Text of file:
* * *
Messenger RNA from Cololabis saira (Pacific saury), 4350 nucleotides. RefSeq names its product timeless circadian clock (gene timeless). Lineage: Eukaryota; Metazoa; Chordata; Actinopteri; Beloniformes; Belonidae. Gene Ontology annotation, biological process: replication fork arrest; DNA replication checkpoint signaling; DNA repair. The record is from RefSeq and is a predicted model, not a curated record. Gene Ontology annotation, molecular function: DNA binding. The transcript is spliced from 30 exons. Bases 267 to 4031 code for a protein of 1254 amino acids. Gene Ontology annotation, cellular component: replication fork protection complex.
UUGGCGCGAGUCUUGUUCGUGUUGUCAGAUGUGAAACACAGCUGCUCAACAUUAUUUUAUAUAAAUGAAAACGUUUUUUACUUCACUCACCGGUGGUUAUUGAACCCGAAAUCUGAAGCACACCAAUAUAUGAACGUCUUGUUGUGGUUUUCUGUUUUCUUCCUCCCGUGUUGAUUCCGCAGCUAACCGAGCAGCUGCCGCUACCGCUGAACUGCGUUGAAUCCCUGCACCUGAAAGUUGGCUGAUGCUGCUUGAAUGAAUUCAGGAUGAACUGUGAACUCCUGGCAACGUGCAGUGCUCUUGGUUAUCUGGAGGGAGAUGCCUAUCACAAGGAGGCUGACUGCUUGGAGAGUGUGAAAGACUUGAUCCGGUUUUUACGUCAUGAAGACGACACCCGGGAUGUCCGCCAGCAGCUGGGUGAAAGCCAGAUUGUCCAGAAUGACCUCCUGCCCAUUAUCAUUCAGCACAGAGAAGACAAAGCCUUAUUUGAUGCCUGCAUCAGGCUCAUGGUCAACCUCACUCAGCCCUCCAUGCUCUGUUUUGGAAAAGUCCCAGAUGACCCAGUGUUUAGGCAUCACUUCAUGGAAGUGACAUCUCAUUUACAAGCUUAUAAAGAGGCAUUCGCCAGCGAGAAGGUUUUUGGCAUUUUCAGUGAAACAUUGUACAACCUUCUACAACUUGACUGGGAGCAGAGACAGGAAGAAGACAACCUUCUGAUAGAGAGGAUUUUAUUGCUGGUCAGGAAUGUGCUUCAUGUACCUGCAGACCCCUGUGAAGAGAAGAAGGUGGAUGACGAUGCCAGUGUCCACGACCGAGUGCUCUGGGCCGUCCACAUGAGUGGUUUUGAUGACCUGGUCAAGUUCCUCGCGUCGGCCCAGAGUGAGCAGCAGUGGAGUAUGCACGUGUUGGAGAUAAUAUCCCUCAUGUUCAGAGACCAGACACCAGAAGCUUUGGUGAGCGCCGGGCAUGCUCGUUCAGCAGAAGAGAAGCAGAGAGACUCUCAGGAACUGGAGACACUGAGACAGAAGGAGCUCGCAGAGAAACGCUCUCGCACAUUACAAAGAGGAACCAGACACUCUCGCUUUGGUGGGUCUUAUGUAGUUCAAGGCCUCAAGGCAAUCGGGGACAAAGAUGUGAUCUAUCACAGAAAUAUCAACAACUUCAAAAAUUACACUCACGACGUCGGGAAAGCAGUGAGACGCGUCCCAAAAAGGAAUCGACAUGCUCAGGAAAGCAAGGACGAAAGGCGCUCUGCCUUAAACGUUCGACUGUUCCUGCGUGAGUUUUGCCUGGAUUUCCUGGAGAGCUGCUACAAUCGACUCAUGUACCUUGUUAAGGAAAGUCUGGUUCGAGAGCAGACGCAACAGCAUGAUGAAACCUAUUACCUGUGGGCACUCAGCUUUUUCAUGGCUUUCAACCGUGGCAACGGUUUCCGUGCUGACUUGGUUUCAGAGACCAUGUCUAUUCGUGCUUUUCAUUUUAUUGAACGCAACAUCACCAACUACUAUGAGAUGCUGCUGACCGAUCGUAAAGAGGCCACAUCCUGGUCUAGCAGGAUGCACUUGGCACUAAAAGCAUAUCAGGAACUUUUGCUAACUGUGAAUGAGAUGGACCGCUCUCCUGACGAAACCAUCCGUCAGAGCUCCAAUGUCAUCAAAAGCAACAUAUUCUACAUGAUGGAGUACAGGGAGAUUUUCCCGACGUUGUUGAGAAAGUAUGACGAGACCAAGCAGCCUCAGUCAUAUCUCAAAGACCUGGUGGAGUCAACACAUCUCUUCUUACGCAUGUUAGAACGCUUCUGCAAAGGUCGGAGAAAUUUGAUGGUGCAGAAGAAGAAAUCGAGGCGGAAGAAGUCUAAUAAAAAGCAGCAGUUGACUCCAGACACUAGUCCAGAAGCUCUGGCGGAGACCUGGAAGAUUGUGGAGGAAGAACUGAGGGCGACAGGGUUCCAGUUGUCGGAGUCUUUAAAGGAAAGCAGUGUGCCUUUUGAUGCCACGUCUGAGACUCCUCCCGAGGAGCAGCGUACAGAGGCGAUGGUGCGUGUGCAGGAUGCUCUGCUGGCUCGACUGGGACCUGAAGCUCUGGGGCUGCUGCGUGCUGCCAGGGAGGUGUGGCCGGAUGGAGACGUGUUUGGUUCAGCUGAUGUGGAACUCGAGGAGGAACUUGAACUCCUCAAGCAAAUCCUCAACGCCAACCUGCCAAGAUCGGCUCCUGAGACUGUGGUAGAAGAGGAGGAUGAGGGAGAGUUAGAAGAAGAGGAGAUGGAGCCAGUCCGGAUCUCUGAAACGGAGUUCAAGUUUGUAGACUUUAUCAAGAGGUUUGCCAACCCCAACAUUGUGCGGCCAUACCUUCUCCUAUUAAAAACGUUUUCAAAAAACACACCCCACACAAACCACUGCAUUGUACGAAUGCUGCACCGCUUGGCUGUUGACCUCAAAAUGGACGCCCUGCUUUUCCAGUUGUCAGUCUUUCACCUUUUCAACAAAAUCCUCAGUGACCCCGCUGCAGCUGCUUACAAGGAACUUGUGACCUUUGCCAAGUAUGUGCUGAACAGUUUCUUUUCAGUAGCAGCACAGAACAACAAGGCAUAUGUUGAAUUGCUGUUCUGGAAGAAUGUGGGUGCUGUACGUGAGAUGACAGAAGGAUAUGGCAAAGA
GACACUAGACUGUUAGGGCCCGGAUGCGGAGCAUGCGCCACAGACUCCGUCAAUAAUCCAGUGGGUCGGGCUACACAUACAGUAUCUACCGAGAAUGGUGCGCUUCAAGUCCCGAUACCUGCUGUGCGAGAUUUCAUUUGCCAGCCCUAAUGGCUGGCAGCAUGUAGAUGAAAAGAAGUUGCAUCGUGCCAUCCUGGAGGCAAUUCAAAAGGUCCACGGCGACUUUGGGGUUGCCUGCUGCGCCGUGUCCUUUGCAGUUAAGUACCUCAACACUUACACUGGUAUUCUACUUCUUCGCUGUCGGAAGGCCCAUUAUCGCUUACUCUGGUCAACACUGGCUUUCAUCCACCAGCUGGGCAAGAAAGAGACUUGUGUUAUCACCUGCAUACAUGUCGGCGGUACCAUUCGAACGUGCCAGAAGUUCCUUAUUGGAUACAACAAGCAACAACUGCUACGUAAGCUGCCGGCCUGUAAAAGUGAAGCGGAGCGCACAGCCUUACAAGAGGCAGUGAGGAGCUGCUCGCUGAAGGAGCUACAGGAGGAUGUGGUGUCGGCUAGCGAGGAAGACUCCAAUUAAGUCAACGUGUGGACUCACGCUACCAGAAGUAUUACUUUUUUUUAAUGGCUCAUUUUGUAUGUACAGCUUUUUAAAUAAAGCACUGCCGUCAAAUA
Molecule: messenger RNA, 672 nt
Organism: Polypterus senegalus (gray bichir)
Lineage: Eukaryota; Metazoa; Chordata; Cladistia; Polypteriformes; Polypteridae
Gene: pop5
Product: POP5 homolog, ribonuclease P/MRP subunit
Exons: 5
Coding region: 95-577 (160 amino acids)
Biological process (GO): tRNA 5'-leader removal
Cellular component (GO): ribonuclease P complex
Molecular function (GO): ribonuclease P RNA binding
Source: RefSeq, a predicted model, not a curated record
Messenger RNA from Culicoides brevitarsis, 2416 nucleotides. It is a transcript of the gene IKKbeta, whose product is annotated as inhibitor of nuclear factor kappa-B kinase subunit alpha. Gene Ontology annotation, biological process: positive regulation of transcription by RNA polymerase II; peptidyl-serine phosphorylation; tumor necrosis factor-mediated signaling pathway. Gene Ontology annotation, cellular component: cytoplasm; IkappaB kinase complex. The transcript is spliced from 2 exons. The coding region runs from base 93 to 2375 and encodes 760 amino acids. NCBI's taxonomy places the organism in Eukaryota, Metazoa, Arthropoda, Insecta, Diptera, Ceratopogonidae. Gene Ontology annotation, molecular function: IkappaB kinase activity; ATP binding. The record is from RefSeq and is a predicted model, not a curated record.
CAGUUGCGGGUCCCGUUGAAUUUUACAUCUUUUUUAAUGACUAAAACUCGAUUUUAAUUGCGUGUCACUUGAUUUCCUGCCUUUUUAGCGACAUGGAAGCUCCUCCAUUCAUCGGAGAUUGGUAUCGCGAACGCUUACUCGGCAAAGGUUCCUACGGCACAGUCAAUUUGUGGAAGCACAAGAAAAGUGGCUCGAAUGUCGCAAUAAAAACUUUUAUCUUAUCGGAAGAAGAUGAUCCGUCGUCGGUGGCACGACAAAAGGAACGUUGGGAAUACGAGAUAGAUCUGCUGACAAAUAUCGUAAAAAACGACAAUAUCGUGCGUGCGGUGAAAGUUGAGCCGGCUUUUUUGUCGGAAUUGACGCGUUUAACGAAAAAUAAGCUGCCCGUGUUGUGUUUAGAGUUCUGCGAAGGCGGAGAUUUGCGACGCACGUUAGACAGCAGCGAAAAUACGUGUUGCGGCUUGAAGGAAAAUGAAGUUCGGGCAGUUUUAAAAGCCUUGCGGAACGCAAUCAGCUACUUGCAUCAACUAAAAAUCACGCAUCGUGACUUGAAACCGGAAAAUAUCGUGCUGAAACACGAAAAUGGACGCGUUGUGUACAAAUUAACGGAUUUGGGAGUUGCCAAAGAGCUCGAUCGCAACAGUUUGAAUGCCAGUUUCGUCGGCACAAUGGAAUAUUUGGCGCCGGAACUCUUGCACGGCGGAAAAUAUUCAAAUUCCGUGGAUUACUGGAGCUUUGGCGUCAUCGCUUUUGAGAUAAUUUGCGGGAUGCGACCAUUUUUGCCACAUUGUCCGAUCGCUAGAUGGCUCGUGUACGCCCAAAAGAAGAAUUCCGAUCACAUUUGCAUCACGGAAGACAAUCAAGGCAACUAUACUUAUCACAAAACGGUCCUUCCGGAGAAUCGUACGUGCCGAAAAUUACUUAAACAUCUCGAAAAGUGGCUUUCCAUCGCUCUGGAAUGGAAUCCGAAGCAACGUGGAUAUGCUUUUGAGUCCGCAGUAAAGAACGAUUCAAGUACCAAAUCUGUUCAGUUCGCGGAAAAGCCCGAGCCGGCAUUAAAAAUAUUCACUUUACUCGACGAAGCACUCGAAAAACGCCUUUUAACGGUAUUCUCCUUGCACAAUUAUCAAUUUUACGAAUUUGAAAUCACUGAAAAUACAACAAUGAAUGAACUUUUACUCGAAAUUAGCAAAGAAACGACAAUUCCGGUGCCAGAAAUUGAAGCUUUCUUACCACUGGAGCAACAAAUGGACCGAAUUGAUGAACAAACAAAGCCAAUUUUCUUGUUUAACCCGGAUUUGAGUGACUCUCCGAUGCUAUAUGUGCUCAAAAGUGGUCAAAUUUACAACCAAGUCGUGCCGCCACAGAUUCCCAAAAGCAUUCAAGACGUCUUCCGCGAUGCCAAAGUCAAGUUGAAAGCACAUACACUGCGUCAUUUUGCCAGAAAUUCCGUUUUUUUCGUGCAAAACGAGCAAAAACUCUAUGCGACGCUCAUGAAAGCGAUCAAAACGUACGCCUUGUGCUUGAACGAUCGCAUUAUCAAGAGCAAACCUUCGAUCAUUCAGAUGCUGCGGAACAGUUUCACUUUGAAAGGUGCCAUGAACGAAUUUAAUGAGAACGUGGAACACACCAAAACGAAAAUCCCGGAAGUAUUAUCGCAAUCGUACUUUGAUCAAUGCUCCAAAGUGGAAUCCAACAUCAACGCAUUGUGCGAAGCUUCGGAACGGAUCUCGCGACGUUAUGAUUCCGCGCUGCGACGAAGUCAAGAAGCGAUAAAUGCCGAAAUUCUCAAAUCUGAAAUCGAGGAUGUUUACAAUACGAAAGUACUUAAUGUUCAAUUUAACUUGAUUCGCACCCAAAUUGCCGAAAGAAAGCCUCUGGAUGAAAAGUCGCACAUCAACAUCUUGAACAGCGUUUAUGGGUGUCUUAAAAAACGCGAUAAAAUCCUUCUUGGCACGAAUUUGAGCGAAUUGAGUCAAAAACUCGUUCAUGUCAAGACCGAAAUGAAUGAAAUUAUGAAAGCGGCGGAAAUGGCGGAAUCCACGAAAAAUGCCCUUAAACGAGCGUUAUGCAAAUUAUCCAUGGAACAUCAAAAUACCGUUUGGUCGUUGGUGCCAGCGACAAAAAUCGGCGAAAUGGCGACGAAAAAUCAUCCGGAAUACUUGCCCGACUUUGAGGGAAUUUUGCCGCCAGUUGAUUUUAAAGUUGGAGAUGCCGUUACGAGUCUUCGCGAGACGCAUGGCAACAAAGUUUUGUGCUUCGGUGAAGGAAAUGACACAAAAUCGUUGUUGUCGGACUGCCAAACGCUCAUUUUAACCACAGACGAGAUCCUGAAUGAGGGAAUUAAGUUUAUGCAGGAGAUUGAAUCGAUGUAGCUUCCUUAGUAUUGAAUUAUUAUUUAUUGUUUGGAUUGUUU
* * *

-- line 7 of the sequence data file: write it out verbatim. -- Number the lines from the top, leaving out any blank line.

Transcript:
Gene: pop5